NOTE: I have no connection and no further information.
Kentucky: A History of the State, Battle, Perrin, & Kniffin, 3rd ed., 1886. Barren County.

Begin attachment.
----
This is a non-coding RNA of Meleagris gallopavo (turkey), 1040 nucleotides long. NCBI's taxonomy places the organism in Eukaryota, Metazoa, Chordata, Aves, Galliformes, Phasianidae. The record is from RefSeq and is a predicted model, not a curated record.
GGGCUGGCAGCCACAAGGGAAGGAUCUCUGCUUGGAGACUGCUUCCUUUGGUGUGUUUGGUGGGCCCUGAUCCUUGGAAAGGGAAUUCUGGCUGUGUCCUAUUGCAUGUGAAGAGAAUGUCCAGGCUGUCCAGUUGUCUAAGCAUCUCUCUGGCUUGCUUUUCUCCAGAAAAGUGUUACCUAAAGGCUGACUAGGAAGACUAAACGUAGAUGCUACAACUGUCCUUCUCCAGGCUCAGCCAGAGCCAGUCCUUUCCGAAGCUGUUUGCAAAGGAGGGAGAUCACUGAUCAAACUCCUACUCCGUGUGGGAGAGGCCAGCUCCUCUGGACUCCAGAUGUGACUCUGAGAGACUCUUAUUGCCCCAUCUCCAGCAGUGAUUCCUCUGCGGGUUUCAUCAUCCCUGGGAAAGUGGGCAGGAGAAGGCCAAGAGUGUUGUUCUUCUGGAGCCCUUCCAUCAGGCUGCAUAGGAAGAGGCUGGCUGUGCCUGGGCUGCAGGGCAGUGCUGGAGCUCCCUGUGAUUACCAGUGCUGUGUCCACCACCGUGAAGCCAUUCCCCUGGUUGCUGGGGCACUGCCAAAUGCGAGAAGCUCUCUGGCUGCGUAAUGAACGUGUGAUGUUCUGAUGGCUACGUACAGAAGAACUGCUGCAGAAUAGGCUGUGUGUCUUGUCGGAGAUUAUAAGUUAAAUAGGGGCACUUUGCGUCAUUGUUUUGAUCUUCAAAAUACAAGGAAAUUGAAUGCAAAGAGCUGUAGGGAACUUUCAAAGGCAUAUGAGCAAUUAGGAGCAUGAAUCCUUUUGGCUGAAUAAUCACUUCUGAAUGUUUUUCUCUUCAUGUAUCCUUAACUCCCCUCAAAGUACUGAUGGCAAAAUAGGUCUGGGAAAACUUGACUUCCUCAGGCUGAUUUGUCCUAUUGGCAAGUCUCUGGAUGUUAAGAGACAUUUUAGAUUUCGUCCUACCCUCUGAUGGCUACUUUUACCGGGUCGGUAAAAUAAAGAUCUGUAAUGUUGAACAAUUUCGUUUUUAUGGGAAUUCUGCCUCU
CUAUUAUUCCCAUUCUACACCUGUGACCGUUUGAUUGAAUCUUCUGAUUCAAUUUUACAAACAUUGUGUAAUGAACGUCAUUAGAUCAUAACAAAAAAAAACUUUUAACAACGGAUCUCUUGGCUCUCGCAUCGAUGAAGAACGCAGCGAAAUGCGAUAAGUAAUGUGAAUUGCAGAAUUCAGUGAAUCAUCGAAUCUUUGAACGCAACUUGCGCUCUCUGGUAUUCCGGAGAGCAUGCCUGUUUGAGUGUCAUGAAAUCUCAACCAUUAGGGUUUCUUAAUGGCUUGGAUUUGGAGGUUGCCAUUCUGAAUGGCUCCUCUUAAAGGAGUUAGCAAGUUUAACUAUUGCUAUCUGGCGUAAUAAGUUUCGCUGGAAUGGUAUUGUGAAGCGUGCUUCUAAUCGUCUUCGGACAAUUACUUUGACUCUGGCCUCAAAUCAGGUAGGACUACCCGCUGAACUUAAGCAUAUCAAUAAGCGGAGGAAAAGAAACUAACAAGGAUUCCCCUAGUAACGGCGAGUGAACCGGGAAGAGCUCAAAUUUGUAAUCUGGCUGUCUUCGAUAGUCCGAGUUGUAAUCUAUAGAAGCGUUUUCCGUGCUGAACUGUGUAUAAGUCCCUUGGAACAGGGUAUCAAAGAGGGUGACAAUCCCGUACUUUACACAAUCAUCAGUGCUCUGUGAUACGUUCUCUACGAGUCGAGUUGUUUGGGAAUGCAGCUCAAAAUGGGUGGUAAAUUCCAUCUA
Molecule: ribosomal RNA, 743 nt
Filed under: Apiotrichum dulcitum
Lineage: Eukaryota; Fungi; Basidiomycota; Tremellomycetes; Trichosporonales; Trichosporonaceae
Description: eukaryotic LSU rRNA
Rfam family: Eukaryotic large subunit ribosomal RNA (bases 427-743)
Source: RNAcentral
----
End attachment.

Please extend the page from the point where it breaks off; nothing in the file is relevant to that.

T. B. and J. L. TERRY. Stephen Terry, the grandfather of our subjects, was a native of the "Old Dominion," and died in the "Old Dominion." His father was by birth a Scotchman, and his mother an Irish lady of rank. His son, Alfred Terry, was born in Botetourt County, Va., about 1800, and when a lad came with his parents to Kentucky. He married Miss Sallie Young, and to them were born eleven children, eight of whom are living: Sallie D., John L., Powhatan, Ellen T., Theophilus B., David C., Peter D. and William S. Mrs. Terry was born in 1810, and is yet living. Her parents, Edward and Polly Young, were natives of Kentucky, and residents of Barren County. Alfred Terry died at the age of fifty-seven; he was a man of considerable local prominence, and was, as is also his wife, a consistent member of the Christian Church. His son, Theophilus B. Terry, was born in Barren County, February 25, 1847, and grew to manhood on the home farm. His early education was obtained in the common schools, where he learned the rudiments of English. His education is mostly practical, having been acquired through his contact with business affairs. He is unmarried and resides near the homestead farm, which his mother owns and his brothers cultivate. This farm of 200 acres is well improved and mostly cultivated. The water privileges are excellent and the land adapted to stock raising, to which branch of farming they give considerable attention. John L. Terry, the elder brother, was born in 1839. His education was such as could be obtained in the common schools. Home reading and practical business training, with prudence and industry, have carried him safely to success as a farmer. He married, November 19, 1866, Miss Sallie M. Thurman, daughter of Robert and Nancy Thurman, of Lincoln County, Ky. They are blessed in their union by the birth of one daughter, Laura May. The brothers Terry are Democrats; they take some interest in political questions, but their time is principally devoted to their farming interests.